• Scope of practice: The playbook states that the following conditions are currently not amenable to virtual care: “any new and significant emergency symptoms such as chest pain, shortness of breath and loss of neurologic function; and ear pain, cough, abdominal/gastrointestinal symptoms, musculoskeletal injuries or conditions, most neurological symptoms and congestive heart failure.”10 A virtual assessment of these conditions may result in misdiagnosis. The playbook recommends that these conditions should be evaluated during an in-office patient assessment. 
  • “Webside” manner: The playbook suggests that the virtual visit be conducted in a setting that prevents others from overhearing the exchange with the patient, using a professional background for the visit, and eliminating distractions and interruptions.
  • The virtual visit from beginning to end: Other considerations include authenticating the patient’s identity; asking the patient if she or he is in a private, quiet setting; and documenting the encounter.

 

Privacy, Security and Cyber Risk:

Healthcare providers delivering virtual care must ensure their practices and clinic policies and procedures are compliant with the provinces’/territories’ regulations for ensuring the privacy and security of personal health information provided during virtual encounters. Any application selected for texting, voice and video calling should be specifically designed for healthcare to meet its security and privacy requirements. Typical security controls are data encryption and user authentication and access control mechanisms. Both practitioners and patients need to be educated about security best practices when they connect from home.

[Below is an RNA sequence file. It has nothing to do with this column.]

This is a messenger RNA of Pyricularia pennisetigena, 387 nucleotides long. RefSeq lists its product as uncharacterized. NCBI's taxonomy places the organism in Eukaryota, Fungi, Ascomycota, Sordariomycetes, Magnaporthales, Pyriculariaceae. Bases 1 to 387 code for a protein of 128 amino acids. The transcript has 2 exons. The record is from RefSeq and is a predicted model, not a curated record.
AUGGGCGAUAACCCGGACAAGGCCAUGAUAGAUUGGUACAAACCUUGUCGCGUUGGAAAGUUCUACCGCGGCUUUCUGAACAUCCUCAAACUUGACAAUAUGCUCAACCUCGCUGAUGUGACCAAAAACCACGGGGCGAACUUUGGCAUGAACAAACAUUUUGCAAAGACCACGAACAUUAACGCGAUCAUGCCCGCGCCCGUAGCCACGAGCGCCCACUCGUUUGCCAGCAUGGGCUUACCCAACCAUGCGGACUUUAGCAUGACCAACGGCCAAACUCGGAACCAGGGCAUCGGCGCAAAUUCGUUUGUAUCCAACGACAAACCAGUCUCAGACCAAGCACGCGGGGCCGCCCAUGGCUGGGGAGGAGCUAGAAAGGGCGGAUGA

Physicians use various applications, devices and software programs to connect with patients. According to HIPAA’s telemedicine Privacy Rule guidelines, insecure channels of communication, including email, SMS and Skype are not acceptable for communicating electronically protected health information at distance.11 Absent a Canadian framework for the delivery of virtual care and other telehealth services, the Virtual Care Task force (created by the CMA, CFPC and RCPSC) states the following: “A virtual care ecosystem should be supported by a robust privacy policy suite designed to protect the privacy and security of all patient health information in a manner that delimits access to a person’s information on a need-to-know basis to provide quality care and service based on the will of the information owner”; and recommends a national framework to regulate the safety of virtual care technology and systems.12

 

After the COVID-19 outbreak, physicians were limited to providing in-person care to essential services. Physicians moved to connecting with patients virtually using a variety of applications. British Columbia, Alberta and Ontario opted to pay for virtual walk-in clinic visits using the application Babylon by Telus Health. Babylon is a free downloadable app marketed by Telus Health that lets residents of the three provinces meet with physicians in one-on-one video consultations through their smartphones. On April 21, 2020, Alberta’s Information and Privacy Commissioner launched two investigations into Babylon by Telus Health after concerns were identified in separate privacy impact assessments (PIAs) that a Calgary-based physician and Babylon Health Canada Limited had submitted on the app.13